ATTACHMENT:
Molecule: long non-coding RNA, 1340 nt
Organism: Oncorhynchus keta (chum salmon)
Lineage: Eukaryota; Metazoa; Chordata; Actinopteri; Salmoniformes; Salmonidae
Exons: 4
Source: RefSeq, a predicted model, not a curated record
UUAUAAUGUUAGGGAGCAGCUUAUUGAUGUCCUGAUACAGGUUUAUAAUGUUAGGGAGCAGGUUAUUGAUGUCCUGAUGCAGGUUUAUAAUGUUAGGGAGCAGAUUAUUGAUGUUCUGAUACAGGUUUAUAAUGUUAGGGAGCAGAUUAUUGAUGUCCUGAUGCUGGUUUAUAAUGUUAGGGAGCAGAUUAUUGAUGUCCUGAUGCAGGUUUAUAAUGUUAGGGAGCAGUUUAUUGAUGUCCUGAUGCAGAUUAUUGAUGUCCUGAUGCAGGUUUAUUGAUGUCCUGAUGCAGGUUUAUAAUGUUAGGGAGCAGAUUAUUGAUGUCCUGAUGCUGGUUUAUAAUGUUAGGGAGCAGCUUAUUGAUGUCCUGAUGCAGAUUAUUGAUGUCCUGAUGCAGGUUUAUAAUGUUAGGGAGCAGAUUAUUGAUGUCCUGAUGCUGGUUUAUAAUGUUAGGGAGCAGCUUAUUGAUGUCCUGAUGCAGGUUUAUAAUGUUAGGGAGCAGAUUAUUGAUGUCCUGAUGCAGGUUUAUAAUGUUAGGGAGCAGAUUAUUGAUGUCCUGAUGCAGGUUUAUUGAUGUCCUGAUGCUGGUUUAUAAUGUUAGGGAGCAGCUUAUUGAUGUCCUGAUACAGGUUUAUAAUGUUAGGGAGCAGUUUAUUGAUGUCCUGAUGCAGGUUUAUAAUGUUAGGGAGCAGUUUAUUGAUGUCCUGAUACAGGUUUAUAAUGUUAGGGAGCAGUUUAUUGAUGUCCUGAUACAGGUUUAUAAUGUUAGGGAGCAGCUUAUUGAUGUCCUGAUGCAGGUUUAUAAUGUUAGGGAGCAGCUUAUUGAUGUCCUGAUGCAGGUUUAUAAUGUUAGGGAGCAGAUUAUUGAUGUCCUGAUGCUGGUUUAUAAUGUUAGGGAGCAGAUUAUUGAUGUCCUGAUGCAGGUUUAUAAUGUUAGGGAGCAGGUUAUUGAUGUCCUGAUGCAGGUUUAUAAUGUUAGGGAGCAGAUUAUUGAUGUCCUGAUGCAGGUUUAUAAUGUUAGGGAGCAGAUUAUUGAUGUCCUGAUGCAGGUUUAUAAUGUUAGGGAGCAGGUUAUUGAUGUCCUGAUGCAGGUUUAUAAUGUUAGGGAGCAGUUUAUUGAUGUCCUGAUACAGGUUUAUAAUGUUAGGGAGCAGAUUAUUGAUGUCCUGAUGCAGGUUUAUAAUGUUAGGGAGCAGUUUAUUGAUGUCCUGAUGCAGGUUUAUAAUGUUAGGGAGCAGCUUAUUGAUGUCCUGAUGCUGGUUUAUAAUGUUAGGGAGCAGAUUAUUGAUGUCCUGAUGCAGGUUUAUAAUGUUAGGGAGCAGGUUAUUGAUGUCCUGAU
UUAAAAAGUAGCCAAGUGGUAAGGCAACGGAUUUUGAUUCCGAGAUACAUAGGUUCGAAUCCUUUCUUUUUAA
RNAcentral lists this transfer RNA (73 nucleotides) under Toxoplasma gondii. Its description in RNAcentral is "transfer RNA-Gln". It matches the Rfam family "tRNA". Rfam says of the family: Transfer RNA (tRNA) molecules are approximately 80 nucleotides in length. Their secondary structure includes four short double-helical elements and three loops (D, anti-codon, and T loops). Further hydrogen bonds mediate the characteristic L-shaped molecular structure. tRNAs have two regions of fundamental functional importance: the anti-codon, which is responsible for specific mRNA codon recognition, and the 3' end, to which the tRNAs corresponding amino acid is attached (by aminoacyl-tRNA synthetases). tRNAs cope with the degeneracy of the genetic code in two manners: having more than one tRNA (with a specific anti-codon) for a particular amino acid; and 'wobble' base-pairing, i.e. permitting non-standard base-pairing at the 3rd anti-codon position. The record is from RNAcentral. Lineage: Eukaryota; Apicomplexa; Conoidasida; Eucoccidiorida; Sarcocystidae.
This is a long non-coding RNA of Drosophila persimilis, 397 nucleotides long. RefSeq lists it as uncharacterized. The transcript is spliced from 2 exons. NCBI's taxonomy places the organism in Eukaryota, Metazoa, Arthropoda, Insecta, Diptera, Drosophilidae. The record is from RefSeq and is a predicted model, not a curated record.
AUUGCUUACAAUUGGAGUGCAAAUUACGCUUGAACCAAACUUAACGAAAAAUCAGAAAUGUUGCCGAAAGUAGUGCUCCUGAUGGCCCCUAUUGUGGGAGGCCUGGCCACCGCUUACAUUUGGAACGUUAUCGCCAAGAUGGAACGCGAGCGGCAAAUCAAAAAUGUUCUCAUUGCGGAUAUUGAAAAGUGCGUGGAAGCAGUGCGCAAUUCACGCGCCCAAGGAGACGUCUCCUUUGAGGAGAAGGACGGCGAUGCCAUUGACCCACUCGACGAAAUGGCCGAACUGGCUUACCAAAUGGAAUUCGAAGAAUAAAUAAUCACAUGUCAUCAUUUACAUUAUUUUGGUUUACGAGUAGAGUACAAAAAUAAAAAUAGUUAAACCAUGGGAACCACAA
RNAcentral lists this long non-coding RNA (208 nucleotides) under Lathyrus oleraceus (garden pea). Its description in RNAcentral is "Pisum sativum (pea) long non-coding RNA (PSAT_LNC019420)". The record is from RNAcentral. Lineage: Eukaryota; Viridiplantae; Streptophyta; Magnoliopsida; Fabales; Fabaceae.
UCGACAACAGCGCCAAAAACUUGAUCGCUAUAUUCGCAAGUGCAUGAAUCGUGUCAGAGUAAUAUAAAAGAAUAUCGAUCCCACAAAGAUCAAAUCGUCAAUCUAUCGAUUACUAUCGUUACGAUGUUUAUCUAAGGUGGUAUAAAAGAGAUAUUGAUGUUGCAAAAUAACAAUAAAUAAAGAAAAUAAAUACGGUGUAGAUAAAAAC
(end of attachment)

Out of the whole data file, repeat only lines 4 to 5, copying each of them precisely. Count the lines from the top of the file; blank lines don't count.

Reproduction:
Exons: 4
Source: RefSeq, a predicted model, not a curated record